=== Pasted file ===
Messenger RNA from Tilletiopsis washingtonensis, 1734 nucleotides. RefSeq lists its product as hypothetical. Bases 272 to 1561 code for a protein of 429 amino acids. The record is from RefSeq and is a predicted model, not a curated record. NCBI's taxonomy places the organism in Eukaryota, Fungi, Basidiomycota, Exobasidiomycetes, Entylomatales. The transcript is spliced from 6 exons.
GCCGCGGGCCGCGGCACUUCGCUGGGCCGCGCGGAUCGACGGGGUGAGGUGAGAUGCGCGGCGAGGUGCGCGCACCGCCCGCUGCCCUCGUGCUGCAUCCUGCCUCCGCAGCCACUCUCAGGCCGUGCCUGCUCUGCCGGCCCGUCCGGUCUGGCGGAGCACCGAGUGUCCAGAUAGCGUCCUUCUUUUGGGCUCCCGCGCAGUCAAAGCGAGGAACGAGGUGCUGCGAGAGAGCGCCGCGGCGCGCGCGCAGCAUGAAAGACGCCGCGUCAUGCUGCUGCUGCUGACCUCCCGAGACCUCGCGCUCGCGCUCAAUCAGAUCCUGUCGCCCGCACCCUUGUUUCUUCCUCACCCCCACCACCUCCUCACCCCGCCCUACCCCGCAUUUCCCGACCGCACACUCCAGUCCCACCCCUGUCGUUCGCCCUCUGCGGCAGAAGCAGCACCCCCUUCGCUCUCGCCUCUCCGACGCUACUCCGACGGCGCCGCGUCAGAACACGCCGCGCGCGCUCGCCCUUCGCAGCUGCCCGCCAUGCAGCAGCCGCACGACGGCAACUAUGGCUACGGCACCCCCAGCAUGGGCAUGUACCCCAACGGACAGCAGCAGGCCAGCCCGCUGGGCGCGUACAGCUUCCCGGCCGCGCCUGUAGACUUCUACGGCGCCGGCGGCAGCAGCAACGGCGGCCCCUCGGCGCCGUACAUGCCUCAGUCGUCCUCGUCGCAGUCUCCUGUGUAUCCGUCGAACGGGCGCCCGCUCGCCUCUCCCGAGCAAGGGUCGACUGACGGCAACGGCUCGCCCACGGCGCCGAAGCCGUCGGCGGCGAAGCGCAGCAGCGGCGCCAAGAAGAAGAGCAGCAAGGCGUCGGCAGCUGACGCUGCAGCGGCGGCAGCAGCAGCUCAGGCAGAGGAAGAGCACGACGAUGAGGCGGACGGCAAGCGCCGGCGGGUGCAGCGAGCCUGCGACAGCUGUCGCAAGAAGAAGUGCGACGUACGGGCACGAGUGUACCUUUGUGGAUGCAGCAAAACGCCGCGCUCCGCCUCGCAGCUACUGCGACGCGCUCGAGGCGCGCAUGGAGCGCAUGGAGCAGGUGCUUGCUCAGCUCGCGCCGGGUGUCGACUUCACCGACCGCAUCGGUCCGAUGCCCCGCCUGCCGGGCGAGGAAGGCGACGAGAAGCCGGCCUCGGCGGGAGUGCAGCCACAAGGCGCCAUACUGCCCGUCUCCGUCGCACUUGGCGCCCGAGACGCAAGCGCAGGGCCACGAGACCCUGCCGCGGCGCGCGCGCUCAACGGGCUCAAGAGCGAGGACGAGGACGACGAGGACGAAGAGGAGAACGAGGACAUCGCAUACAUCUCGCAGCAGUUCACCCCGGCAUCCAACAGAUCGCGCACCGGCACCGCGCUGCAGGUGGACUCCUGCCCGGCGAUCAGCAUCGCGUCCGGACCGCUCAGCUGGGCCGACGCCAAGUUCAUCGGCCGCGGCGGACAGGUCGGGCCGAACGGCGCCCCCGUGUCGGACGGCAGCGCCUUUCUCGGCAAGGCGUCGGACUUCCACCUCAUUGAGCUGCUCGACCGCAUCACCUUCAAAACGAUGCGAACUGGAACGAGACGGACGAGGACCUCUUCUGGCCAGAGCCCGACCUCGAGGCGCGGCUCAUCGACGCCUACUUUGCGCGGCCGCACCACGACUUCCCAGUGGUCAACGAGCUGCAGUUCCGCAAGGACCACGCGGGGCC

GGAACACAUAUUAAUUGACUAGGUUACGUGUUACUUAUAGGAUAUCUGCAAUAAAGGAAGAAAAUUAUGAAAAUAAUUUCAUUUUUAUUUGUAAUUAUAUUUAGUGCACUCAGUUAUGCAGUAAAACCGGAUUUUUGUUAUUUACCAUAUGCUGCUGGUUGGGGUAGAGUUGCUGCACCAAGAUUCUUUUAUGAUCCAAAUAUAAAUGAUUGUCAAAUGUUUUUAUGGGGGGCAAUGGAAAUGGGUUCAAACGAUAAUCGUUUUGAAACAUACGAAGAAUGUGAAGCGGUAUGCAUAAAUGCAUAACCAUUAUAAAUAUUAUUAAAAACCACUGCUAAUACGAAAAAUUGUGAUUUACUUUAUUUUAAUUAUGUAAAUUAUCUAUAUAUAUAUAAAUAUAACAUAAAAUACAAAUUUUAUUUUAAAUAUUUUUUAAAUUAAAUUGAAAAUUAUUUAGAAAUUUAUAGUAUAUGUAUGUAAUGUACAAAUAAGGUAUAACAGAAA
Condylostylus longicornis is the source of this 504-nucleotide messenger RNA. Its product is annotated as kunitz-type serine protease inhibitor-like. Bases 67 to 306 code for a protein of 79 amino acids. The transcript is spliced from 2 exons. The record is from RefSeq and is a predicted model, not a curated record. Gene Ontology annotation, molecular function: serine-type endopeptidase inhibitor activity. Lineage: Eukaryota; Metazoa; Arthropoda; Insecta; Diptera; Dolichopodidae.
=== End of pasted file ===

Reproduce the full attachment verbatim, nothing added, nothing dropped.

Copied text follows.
Messenger RNA from Tilletiopsis washingtonensis, 1734 nucleotides. RefSeq lists its product as hypothetical. Bases 272 to 1561 code for a protein of 429 amino acids. The record is from RefSeq and is a predicted model, not a curated record. NCBI's taxonomy places the organism in Eukaryota, Fungi, Basidiomycota, Exobasidiomycetes, Entylomatales. The transcript is spliced from 6 exons.
GCCGCGGGCCGCGGCACUUCGCUGGGCCGCGCGGAUCGACGGGGUGAGGUGAGAUGCGCGGCGAGGUGCGCGCACCGCCCGCUGCCCUCGUGCUGCAUCCUGCCUCCGCAGCCACUCUCAGGCCGUGCCUGCUCUGCCGGCCCGUCCGGUCUGGCGGAGCACCGAGUGUCCAGAUAGCGUCCUUCUUUUGGGCUCCCGCGCAGUCAAAGCGAGGAACGAGGUGCUGCGAGAGAGCGCCGCGGCGCGCGCGCAGCAUGAAAGACGCCGCGUCAUGCUGCUGCUGCUGACCUCCCGAGACCUCGCGCUCGCGCUCAAUCAGAUCCUGUCGCCCGCACCCUUGUUUCUUCCUCACCCCCACCACCUCCUCACCCCGCCCUACCCCGCAUUUCCCGACCGCACACUCCAGUCCCACCCCUGUCGUUCGCCCUCUGCGGCAGAAGCAGCACCCCCUUCGCUCUCGCCUCUCCGACGCUACUCCGACGGCGCCGCGUCAGAACACGCCGCGCGCGCUCGCCCUUCGCAGCUGCCCGCCAUGCAGCAGCCGCACGACGGCAACUAUGGCUACGGCACCCCCAGCAUGGGCAUGUACCCCAACGGACAGCAGCAGGCCAGCCCGCUGGGCGCGUACAGCUUCCCGGCCGCGCCUGUAGACUUCUACGGCGCCGGCGGCAGCAGCAACGGCGGCCCCUCGGCGCCGUACAUGCCUCAGUCGUCCUCGUCGCAGUCUCCUGUGUAUCCGUCGAACGGGCGCCCGCUCGCCUCUCCCGAGCAAGGGUCGACUGACGGCAACGGCUCGCCCACGGCGCCGAAGCCGUCGGCGGCGAAGCGCAGCAGCGGCGCCAAGAAGAAGAGCAGCAAGGCGUCGGCAGCUGACGCUGCAGCGGCGGCAGCAGCAGCUCAGGCAGAGGAAGAGCACGACGAUGAGGCGGACGGCAAGCGCCGGCGGGUGCAGCGAGCCUGCGACAGCUGUCGCAAGAAGAAGUGCGACGUACGGGCACGAGUGUACCUUUGUGGAUGCAGCAAAACGCCGCGCUCCGCCUCGCAGCUACUGCGACGCGCUCGAGGCGCGCAUGGAGCGCAUGGAGCAGGUGCUUGCUCAGCUCGCGCCGGGUGUCGACUUCACCGACCGCAUCGGUCCGAUGCCCCGCCUGCCGGGCGAGGAAGGCGACGAGAAGCCGGCCUCGGCGGGAGUGCAGCCACAAGGCGCCAUACUGCCCGUCUCCGUCGCACUUGGCGCCCGAGACGCAAGCGCAGGGCCACGAGACCCUGCCGCGGCGCGCGCGCUCAACGGGCUCAAGAGCGAGGACGAGGACGACGAGGACGAAGAGGAGAACGAGGACAUCGCAUACAUCUCGCAGCAGUUCACCCCGGCAUCCAACAGAUCGCGCACCGGCACCGCGCUGCAGGUGGACUCCUGCCCGGCGAUCAGCAUCGCGUCCGGACCGCUCAGCUGGGCCGACGCCAAGUUCAUCGGCCGCGGCGGACAGGUCGGGCCGAACGGCGCCCCCGUGUCGGACGGCAGCGCCUUUCUCGGCAAGGCGUCGGACUUCCACCUCAUUGAGCUGCUCGACCGCAUCACCUUCAAAACGAUGCGAACUGGAACGAGACGGACGAGGACCUCUUCUGGCCAGAGCCCGACCUCGAGGCGCGGCUCAUCGACGCCUACUUUGCGCGGCCGCACCACGACUUCCCAGUGGUCAACGAGCUGCAGUUCCGCAAGGACCACGCGGGGCC

GGAACACAUAUUAAUUGACUAGGUUACGUGUUACUUAUAGGAUAUCUGCAAUAAAGGAAGAAAAUUAUGAAAAUAAUUUCAUUUUUAUUUGUAAUUAUAUUUAGUGCACUCAGUUAUGCAGUAAAACCGGAUUUUUGUUAUUUACCAUAUGCUGCUGGUUGGGGUAGAGUUGCUGCACCAAGAUUCUUUUAUGAUCCAAAUAUAAAUGAUUGUCAAAUGUUUUUAUGGGGGGCAAUGGAAAUGGGUUCAAACGAUAAUCGUUUUGAAACAUACGAAGAAUGUGAAGCGGUAUGCAUAAAUGCAUAACCAUUAUAAAUAUUAUUAAAAACCACUGCUAAUACGAAAAAUUGUGAUUUACUUUAUUUUAAUUAUGUAAAUUAUCUAUAUAUAUAUAAAUAUAACAUAAAAUACAAAUUUUAUUUUAAAUAUUUUUUAAAUUAAAUUGAAAAUUAUUUAGAAAUUUAUAGUAUAUGUAUGUAAUGUACAAAUAAGGUAUAACAGAAA
Condylostylus longicornis is the source of this 504-nucleotide messenger RNA. Its product is annotated as kunitz-type serine protease inhibitor-like. Bases 67 to 306 code for a protein of 79 amino acids. The transcript is spliced from 2 exons. The record is from RefSeq and is a predicted model, not a curated record. Gene Ontology annotation, molecular function: serine-type endopeptidase inhibitor activity. Lineage: Eukaryota; Metazoa; Arthropoda; Insecta; Diptera; Dolichopodidae.